Walter Cudnohufsky wasn’t satisfied with the status quo. He had received a Master’s degree in landscape architecture from Harvard in 1965, spent eighteen months traveling, and was teaching design at a large university. He was frustrated with traditional design education, which he considered too compartmentalized, inﬂexible, and theoretical. He had explored design education in his graduate thesis and had been reading progressive education theory. He wanted to try a new way of doing things, with hands-on learning, more like a working design ofﬁce. He thought it should be student-based, not institutionally organized, and he wanted it to be a shared experience that emphasized teamwork. He wanted to start a new school that would turn design education on its head. And he did.
Although he hadn’t envisioned a design school in a rural setting, for reasons of economy, Walt began the school in his Conway home and peripheral buildings—a sugar-house and a converted barn. He secured an $8,000 personal loan to pay for renovations and ﬂoat the school in its first year. Construction took place over the summer of 1972, in anticipation of the first class—seven men and two women, mostly from Massachusetts. Classes were held every day, at times with studio also every day. There might be an impromptu stone wall building demonstration or other invitations to “learn by doing.” Chores were always part of the sharing, potlucks and games part of the fun. Communications always were and still is an important focus of the school. Walt’s belief was that if you can’t explain your ideas in writing and speaking, then you’re not in charge of yourself or what you’re doing.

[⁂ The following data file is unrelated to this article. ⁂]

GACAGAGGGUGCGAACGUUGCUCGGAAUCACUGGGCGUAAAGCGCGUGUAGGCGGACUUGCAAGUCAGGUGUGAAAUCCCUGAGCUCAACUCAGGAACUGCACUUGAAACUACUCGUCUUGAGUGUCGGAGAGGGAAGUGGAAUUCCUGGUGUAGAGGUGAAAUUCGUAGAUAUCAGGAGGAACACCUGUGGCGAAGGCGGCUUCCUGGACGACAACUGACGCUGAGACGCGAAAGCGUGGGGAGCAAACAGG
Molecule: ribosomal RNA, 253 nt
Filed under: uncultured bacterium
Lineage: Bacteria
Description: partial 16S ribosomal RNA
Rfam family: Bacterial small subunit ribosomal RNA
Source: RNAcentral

Don Walker, who would prove to be a major force in the evolution of the school, came as a student in 1978. He already had two degrees in landscape architecture and much experience in teaching and practice. He, too, was disillusioned with his teaching experience and the persistent pressure to do research. With Don’s addition to the staff came a gradual shift in focus from teaching traditional landscape architecture to encouraging design that is environmentally sound. Increasingly applicants were seeking this new way of looking at the design.